The use of ethical criteria when selecting stocks is not likely to boost returns. Investopedia defines ethical investing as using one's ethical principals as the main filter for securities selection. This stands in stark contrast to fundamental investing, where financial information is the main filter for securities selection. Unethical companies do not always make great investments, but continuously ignoring attractively priced companies because of ones ethics will almost certainly lead to less than optimal returns over time. As mentioned earlier, an investment decision boils down to estimating future earnings potential and paying a fair price for these earnings. An investor who uses an ethical lens has already removed many potential investments before they even begin to look at fundamentals. Finding good investments can be difficult even without limiting the types of companies one can consider. At the end of the day, investors are in the business of purchasing profits while ethical investors intentionally avoid profits from certain industries.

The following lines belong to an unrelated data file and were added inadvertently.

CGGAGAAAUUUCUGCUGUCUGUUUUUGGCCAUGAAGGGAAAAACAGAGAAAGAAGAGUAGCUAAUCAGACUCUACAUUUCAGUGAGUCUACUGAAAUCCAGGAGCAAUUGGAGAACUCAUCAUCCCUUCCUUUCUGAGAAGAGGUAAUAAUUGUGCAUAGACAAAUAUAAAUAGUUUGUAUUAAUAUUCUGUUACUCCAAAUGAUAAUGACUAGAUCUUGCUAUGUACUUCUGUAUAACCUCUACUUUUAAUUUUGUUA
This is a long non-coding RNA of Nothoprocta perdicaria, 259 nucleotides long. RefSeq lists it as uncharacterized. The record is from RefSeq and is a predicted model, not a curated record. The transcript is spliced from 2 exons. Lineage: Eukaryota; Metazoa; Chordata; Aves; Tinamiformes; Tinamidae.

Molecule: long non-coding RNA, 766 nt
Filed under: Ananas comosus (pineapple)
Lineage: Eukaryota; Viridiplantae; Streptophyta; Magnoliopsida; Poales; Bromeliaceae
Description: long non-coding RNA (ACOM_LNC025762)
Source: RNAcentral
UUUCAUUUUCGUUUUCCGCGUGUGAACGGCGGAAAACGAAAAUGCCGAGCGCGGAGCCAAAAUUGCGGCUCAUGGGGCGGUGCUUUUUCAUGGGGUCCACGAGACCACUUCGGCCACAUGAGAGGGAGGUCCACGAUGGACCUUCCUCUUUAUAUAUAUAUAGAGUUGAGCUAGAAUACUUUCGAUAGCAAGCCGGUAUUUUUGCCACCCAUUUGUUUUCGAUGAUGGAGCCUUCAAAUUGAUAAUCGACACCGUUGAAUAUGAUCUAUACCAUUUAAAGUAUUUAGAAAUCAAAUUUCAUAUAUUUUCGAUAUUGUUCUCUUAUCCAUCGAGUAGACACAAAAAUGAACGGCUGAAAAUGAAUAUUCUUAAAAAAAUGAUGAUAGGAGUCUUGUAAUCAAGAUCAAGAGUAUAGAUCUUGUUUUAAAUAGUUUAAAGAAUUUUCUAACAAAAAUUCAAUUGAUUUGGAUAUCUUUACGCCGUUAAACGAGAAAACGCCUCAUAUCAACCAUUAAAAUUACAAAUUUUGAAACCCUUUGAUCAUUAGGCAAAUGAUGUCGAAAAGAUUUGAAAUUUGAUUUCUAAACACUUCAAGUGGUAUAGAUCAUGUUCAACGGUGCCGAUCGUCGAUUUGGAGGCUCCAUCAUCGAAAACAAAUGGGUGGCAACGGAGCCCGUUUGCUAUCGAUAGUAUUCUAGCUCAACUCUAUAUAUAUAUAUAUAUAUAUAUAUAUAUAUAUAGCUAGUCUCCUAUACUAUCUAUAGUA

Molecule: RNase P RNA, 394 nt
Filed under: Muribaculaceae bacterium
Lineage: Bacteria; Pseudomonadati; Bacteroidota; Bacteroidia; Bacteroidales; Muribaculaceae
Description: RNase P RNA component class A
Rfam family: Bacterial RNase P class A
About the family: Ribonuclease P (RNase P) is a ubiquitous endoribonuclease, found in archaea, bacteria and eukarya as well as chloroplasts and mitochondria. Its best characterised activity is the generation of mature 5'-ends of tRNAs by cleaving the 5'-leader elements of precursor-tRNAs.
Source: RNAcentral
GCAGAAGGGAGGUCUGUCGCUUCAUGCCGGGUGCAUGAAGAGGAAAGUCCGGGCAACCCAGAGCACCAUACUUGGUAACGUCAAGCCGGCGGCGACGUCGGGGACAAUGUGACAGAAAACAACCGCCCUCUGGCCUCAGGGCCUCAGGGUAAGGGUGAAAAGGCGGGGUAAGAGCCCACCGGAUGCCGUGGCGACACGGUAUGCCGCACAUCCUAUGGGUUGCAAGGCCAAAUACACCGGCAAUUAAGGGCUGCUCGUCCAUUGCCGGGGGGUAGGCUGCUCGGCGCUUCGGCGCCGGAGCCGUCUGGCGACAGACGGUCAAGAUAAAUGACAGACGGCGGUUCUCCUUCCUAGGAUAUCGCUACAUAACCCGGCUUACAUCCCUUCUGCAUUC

There is also the question of where to draw the line when deciding what companies are ethical. It seems that tobacco companies draw the ire of ethical investors more so than any other industry. While Philip Morris produces products that kill, so do many other companies. Alcoholic beverages and fast food have also been linked to health problems and kill thousands of Americans each year, yet for some reason companies like Brown Forman (NYSE:BF.B), McDonald's (NYSE:MCD), and Anheuser Busch InBev (NYSE:BUD) are mentioned much less frequently by ethical investors. One must also consider whether companies that harm the environment are unethical. If anything, I believe these types companies are morally worse as they harm unsuspecting people. With Tobacco, Alcohol, and Fast Food, the individuals being harmed are typically people making a conscious decision to consume a product that they know is dangerous. Damaging the environment causes indiscriminate harm. The victims are not limited to patrons of the company responsible for the pollution. However, these names are seldom discussed with the same outrage that is directed towards the tobacco industry. Ethical investors who avoid Big Tobacco because of the deaths caused by smoking need to consider the impact of all the companies they are invested in.